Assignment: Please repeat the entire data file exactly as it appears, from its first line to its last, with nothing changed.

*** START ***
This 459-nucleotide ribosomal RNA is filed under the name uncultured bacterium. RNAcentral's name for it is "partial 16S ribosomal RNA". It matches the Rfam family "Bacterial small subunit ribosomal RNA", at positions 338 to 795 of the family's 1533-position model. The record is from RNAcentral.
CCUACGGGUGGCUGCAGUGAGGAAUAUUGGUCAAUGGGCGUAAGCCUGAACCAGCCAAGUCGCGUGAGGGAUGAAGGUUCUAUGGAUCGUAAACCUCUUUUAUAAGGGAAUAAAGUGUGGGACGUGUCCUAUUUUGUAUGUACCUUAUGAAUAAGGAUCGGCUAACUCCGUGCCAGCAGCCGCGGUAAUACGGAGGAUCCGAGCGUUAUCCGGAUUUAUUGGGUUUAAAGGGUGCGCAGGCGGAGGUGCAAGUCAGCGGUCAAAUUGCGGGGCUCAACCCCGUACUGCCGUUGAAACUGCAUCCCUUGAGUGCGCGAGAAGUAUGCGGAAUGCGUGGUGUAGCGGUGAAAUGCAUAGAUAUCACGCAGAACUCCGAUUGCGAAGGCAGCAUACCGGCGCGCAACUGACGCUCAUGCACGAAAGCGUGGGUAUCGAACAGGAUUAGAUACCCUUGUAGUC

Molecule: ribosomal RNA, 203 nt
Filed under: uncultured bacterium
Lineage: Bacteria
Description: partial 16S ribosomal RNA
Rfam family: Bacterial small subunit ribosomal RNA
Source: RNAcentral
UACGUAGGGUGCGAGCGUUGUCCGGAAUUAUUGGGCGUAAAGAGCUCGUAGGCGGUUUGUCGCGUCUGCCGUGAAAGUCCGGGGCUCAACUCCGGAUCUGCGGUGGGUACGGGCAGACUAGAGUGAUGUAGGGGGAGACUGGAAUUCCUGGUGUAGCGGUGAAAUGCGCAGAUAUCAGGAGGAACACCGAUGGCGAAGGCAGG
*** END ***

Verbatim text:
This 459-nucleotide ribosomal RNA is filed under the name uncultured bacterium. RNAcentral's name for it is "partial 16S ribosomal RNA". It matches the Rfam family "Bacterial small subunit ribosomal RNA", at positions 338 to 795 of the family's 1533-position model. The record is from RNAcentral.
CCUACGGGUGGCUGCAGUGAGGAAUAUUGGUCAAUGGGCGUAAGCCUGAACCAGCCAAGUCGCGUGAGGGAUGAAGGUUCUAUGGAUCGUAAACCUCUUUUAUAAGGGAAUAAAGUGUGGGACGUGUCCUAUUUUGUAUGUACCUUAUGAAUAAGGAUCGGCUAACUCCGUGCCAGCAGCCGCGGUAAUACGGAGGAUCCGAGCGUUAUCCGGAUUUAUUGGGUUUAAAGGGUGCGCAGGCGGAGGUGCAAGUCAGCGGUCAAAUUGCGGGGCUCAACCCCGUACUGCCGUUGAAACUGCAUCCCUUGAGUGCGCGAGAAGUAUGCGGAAUGCGUGGUGUAGCGGUGAAAUGCAUAGAUAUCACGCAGAACUCCGAUUGCGAAGGCAGCAUACCGGCGCGCAACUGACGCUCAUGCACGAAAGCGUGGGUAUCGAACAGGAUUAGAUACCCUUGUAGUC

Molecule: ribosomal RNA, 203 nt
Filed under: uncultured bacterium
Lineage: Bacteria
Description: partial 16S ribosomal RNA
Rfam family: Bacterial small subunit ribosomal RNA
Source: RNAcentral
UACGUAGGGUGCGAGCGUUGUCCGGAAUUAUUGGGCGUAAAGAGCUCGUAGGCGGUUUGUCGCGUCUGCCGUGAAAGUCCGGGGCUCAACUCCGGAUCUGCGGUGGGUACGGGCAGACUAGAGUGAUGUAGGGGGAGACUGGAAUUCCUGGUGUAGCGGUGAAAUGCGCAGAUAUCAGGAGGAACACCGAUGGCGAAGGCAGG